‘You were ready to risk your life’: Mearns D-Day hero awarded France’s highest military honour

© Paul SmithDouglas Cooper with his medal.
Douglas Cooper with his medal.

A Fettercairn man who stormed the Normandy beaches as part of the D-Day landings in 1944 has been awarded the Legion d’Honneur by the French Government.

Douglas Cooper, 95, was conscripted into the elite Royal Marines in 1942, and trained in Kent before seeing action in Tripoli and Sicily, but as the build-up for the invasion of Europe gained momentum, he returned to the south of England for further training.

Douglas Cooper army images and Legion of D’Honneur medal, 30 July 2018

He said: “Although we were not told the nature of the operation we were being sent on, it was clear that it was something big.

“The roads were crowded with vehicles that were crawling bumper to bumper, and local people lined the roadsides and threw flowers.”

Mr Cooper was on one of the 7,000 vessels that made up the invasion fleet on June 6 1944, and marvelled at the size of the force, which “stretched as far as the eye could see.”

The invasion had been postponed on a number of occasions due to bad weather, and even on the day there was a heavy swell which caused severe sea sickness among many of the troops.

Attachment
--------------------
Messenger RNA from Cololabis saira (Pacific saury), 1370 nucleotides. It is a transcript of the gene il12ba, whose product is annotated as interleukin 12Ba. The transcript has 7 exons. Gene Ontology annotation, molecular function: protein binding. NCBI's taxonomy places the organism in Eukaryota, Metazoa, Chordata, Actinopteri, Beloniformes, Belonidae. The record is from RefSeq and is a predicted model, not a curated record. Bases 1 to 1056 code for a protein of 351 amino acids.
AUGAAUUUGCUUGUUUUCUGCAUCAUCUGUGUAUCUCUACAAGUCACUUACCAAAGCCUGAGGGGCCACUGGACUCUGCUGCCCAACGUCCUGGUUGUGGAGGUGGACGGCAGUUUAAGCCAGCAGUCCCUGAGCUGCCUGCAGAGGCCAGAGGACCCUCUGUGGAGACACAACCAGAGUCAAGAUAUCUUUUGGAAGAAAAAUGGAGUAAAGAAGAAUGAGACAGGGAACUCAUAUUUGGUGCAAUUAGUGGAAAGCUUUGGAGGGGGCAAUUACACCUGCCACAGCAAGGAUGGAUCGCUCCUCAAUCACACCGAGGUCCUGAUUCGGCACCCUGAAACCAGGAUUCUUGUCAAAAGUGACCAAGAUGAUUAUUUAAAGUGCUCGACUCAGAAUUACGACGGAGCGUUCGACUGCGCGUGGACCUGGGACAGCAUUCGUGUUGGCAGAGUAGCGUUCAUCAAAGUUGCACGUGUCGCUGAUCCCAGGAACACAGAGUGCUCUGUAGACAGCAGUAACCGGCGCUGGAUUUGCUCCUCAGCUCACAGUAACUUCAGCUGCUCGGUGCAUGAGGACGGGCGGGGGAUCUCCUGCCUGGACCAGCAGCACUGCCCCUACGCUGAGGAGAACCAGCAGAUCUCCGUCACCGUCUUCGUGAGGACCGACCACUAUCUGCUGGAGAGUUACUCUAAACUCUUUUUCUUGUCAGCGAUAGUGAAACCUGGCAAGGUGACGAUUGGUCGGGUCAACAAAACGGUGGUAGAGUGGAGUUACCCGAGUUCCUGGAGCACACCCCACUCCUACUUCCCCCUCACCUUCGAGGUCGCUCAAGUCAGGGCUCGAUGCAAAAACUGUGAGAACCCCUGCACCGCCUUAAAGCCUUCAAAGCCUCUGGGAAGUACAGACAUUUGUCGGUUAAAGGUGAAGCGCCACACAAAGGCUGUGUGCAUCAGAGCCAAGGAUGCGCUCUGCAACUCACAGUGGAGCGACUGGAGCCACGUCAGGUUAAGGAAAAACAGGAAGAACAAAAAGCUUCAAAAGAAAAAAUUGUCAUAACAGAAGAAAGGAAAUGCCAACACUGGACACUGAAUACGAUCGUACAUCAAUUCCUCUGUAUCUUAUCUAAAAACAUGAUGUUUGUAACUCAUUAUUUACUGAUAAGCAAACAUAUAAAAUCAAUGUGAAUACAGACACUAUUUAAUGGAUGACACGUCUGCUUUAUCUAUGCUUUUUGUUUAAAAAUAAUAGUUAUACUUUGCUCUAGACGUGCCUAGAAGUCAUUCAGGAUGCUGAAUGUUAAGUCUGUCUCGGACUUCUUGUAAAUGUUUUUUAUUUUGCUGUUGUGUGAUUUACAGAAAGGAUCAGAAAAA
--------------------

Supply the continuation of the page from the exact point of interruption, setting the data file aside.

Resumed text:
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Royal Marine commandos moving off the Normandy Beaches during the advance inland from Sword Beach.

Artillery fire caused havoc for the landing ships as they approached, and the beaches were raked with machine gun fire from the well-prepared German emplacements.

The D-Day landings

Like many combat-seasoned veterans, Mr Cooper does not say much about his wartime exploits, but highlights the constant bombardment, the colossal loss of life and the carnage of the V1 ‘doodlebug’ rockets, as some of his worst memories of the war.

© Getty
Troops from the 48th Royal Marines at Saint-Aubin-sur-mer on Juno Beach, Normandy, France, during the D-Day landings, 6th June 1944..

After being sent to recuperate in Wales, he was demobbed in 1946 and returned to work at the Fettercairn Distillery, where he became manager in 1977. He was pivotal in establishing the visitor centre and had a whisky named after him by legendary Whyte and Mackay Master Distiller Richard Patterson.

Today, Mr Cooper still lives in the bungalow near the distillery where he and his late wife Elma brought up their family of four.

Picture shows, Douglas Cooper with medal, 30 July 2018

In 1987, in recognition of his contribution to the whisky industry and the community Douglas was awarded the British Empire Medal.

An excerpt from Mr Cooper’s Legion of Honour citation reads: “We owe our freedom and security to your dedication because you were ready to risk your life.”

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